Late Saturday night word broke that the Brewers and Royals had agreed to a deal that would send Zack Greinke to Milwaukee. The news was initially met with skepticism, as it hadn't yet been confirmed by a mainstream media source, but it turned out that Jim Breen of Bernie's Crew did indeed have the goods, leading the blogosphere to erupt in excitement that one of its own managed to break a major offseason story. Given Breen's affiliation with the Milwaukee-Wisconsin Journal Sentinel I'd imagine Breen has a tad more access to information than, say, your average blogger living in his mother's basement, but it's still a nice feather in his cap.
Greinke has of course been linked to the Yankees all offseason, as many expected the team to make a push for the young righthander if they missed out on Cliff Lee, but I personally never expected the Bombers to consummate a trade for the 2009 AL Cy Young Award winner. Regardless of whether you believe Greinke can handle New York or not, the Yankees haven't made a significant trade for a an ace-caliber pitcher in years, and I don't get the sense that Brian Cashman is willing to unload his best trade chips now for someone he could theoretically sign for just money and a draft pick in two years. And make no mistake, the Yankees will be in on the free agent Greinke, who will just be coming off his age 28 season after 2012.
Here's what the Brewers are getting in Zack Greinke. While I've included his 2006 and 2007 for graphical purposes, we can throw those years out with regards to analyzing his overall starting performance, as he only made three appearances in '06, and pitched primarily out of the bullpen in 2007.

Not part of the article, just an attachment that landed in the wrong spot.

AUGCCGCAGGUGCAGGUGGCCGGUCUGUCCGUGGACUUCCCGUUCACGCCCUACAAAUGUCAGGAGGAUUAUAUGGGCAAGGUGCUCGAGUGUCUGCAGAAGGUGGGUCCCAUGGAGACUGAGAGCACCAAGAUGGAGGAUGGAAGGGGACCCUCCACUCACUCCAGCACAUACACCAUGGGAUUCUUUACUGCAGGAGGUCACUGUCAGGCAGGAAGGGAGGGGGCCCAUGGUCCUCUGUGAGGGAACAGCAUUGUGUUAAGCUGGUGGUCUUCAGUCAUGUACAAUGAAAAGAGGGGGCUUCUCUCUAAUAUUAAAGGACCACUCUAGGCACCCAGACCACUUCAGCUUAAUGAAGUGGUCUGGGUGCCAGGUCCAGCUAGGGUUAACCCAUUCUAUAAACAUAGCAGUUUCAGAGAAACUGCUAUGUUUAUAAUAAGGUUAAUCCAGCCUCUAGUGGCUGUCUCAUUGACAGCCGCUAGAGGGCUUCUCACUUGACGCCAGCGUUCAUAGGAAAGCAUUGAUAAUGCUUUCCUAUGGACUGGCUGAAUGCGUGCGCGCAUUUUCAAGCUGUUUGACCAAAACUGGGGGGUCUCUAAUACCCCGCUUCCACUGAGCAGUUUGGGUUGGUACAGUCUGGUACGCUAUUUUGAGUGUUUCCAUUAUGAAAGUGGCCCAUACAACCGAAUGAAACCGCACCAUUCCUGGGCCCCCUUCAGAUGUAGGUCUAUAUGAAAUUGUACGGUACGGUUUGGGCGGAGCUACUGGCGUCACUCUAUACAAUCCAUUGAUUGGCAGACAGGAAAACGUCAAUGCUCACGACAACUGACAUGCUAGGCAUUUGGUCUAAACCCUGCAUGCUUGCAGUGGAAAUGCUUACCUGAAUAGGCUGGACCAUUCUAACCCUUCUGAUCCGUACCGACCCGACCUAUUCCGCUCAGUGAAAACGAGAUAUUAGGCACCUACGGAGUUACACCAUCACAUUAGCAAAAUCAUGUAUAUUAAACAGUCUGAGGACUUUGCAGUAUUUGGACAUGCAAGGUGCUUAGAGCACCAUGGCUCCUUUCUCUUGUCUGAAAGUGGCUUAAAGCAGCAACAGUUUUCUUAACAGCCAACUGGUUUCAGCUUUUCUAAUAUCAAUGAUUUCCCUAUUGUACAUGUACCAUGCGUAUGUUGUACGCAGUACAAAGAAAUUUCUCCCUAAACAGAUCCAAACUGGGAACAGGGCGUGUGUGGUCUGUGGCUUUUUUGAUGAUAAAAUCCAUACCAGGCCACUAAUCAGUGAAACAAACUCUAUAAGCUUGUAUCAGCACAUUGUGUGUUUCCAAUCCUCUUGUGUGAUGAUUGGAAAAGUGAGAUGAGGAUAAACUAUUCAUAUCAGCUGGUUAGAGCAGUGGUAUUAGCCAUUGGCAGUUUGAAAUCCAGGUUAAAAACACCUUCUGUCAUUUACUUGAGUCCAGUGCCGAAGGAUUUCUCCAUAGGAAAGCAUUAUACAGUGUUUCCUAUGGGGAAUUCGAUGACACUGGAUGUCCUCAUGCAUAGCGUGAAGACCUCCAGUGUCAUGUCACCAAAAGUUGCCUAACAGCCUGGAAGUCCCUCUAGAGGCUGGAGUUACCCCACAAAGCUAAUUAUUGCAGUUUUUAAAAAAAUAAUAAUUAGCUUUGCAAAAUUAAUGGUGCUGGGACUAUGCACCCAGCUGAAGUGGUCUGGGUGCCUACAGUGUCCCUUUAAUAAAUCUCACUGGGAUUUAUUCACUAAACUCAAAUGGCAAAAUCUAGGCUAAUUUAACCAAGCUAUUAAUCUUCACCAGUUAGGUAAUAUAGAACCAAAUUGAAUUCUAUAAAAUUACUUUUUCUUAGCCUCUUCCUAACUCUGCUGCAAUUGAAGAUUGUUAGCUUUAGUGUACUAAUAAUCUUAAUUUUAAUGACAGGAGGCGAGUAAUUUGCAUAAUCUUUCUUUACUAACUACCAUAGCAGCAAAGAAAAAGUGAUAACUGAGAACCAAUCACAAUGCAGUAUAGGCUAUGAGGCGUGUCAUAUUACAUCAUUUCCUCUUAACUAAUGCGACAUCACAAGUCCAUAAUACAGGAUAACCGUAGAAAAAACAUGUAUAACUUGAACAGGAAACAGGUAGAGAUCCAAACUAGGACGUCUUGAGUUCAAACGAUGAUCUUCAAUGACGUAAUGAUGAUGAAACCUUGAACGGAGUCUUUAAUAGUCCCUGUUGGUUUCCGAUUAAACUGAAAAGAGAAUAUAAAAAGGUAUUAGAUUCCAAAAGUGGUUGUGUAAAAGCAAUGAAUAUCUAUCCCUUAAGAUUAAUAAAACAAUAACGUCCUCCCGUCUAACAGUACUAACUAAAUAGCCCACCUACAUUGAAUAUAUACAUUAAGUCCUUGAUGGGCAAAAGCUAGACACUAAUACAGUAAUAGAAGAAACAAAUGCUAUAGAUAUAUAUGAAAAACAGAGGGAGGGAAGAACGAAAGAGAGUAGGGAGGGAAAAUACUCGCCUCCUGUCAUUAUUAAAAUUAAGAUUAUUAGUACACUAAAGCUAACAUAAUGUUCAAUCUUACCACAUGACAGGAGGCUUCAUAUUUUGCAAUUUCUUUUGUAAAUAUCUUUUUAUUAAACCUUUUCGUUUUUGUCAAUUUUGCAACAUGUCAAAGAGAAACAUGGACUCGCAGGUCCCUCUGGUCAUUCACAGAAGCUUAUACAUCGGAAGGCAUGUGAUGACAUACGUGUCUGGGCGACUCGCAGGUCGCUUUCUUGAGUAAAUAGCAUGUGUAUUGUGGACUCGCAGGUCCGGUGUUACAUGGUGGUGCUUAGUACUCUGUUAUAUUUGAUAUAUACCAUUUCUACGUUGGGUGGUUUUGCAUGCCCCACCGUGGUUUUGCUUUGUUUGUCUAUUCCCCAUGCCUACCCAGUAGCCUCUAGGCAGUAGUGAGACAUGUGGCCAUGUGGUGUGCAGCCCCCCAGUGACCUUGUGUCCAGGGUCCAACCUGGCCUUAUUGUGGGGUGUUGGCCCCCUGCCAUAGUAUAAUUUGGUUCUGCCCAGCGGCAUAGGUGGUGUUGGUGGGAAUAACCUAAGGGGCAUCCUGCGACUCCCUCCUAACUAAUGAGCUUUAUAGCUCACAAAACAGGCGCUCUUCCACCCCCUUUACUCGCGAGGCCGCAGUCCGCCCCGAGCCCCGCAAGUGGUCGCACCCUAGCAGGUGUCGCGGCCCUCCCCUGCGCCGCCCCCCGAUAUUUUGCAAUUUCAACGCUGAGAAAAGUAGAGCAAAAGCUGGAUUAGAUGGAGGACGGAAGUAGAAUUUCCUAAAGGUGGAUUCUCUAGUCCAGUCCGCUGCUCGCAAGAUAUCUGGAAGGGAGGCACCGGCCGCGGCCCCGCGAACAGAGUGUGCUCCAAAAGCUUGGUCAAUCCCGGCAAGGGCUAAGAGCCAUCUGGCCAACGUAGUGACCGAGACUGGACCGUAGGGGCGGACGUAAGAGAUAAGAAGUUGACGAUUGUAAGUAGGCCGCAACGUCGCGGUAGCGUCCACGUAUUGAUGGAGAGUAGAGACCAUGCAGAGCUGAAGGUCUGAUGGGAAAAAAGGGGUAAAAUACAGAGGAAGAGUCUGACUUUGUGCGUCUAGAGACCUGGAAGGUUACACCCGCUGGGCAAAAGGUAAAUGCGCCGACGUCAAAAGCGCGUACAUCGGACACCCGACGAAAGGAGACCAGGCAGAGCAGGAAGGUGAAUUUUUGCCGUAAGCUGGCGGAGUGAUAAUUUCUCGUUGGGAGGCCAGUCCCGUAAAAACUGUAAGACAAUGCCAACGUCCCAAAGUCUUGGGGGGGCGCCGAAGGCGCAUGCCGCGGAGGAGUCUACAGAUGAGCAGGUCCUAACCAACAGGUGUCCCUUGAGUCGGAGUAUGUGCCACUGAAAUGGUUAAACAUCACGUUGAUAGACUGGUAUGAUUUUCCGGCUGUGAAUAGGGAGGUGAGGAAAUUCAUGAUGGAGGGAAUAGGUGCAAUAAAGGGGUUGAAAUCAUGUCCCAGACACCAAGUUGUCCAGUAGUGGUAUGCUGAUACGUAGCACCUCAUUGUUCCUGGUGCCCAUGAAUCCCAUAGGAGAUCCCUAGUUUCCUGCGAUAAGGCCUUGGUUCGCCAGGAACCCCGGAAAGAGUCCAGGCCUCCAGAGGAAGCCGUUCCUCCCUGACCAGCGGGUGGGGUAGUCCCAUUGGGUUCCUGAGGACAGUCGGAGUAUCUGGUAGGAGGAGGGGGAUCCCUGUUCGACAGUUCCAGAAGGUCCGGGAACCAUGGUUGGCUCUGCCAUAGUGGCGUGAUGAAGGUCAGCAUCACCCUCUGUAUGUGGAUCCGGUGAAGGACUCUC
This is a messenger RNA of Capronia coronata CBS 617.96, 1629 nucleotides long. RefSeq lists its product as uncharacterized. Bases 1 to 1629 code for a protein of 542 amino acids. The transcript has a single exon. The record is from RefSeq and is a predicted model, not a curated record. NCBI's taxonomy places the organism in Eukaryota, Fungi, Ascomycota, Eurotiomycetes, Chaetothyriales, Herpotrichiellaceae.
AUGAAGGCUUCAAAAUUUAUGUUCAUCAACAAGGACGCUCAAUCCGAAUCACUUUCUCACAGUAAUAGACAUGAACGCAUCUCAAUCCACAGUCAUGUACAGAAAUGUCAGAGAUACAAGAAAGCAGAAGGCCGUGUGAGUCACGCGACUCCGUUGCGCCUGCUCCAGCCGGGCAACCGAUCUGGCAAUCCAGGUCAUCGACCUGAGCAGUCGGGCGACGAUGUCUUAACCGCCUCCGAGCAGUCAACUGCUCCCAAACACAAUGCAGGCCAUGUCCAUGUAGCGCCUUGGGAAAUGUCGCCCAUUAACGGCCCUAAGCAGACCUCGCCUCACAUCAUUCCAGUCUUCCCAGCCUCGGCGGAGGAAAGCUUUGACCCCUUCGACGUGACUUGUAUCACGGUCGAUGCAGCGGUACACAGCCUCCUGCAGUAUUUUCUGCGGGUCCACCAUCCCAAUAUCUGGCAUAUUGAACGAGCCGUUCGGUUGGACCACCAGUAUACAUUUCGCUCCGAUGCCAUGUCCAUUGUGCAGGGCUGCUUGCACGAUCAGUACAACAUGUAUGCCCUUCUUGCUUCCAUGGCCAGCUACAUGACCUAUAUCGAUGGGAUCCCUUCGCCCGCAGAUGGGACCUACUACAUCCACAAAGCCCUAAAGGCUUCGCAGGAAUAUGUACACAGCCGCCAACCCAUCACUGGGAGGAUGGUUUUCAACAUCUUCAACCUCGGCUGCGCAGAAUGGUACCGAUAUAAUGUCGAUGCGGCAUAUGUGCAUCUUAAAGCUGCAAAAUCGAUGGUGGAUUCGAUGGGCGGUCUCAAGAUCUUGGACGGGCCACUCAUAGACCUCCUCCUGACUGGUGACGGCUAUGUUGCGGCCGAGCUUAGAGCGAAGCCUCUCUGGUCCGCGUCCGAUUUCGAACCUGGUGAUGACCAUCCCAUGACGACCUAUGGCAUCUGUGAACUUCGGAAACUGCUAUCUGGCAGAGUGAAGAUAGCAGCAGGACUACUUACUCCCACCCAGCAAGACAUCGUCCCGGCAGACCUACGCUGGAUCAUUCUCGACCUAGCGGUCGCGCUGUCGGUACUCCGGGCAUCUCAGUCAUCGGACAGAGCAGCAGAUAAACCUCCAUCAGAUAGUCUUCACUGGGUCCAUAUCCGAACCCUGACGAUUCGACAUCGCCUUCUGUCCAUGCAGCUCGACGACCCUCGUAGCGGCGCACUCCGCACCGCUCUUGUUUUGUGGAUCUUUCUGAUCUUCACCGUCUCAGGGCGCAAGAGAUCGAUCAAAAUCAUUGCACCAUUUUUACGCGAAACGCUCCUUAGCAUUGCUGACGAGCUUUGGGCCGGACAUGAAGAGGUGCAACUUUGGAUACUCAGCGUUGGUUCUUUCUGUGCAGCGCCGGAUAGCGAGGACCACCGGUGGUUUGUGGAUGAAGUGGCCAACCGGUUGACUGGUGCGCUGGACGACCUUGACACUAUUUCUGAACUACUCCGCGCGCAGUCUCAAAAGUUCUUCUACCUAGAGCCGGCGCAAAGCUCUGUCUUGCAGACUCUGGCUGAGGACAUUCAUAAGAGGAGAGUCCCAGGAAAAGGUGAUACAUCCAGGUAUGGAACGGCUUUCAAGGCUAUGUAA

Greinke was excellent through the 2008 season, but made the jump to elite status with his unreal 2009 campaign (2.16 ERA in 229.1 innings; 205 ERA+). For whatever reason he took a step back in 2010, posting a decidedly average (in fact, his ERA+ was 100) campaign, but there's no reason to expect the young man to not bounce back to the upper echelon of starting pitchers, especially as he'll finally play on a competitive team for the first time in his career and also get to face a pitcher three times a game or so.
I have to say, though Boston and Philadelphia have been showered in accolades for their offseason moves (and rightly so), I really love what the Milwaukees and Oaklands of the world have done to try to improve their teams.
The Brewers had the second-worst starters' ERA in the National League last season, despite receiving another sterling season from Yovani Gallardo (4.6 fWAR). The next two best fWARs in the rotation came from Chris Narveson, with 1.7 despite putting up a 4.99 ERA in 167.2 innings; and Randy Wolf, who contributed a measly 0.7 fWAR in 215.2 innings, which has to be up there with one of the lowest fWARs for a 200-plus-inning season ever. The Brewers now get to slot Greinke and his 2010 5.2 fWAR in the number-one slot, move Gallardo to second in the rotation, and throw Shaun Marcum (3.5 fWAR) third. That's a 6.3-fWAR upgrade in the first three rotation slots alone!
And as far as the A's go, I think they could surprise a lot of people next season -- despite having the best team ERA in the American League, the offense was wretched, and they've gone ahead and made several important moves to address that weakness. While I don't expect the Rangers to go anywhere, I don't know that they'll necessarily run away with the division in 2011, and the AL West looks like it could be wide open for the taking.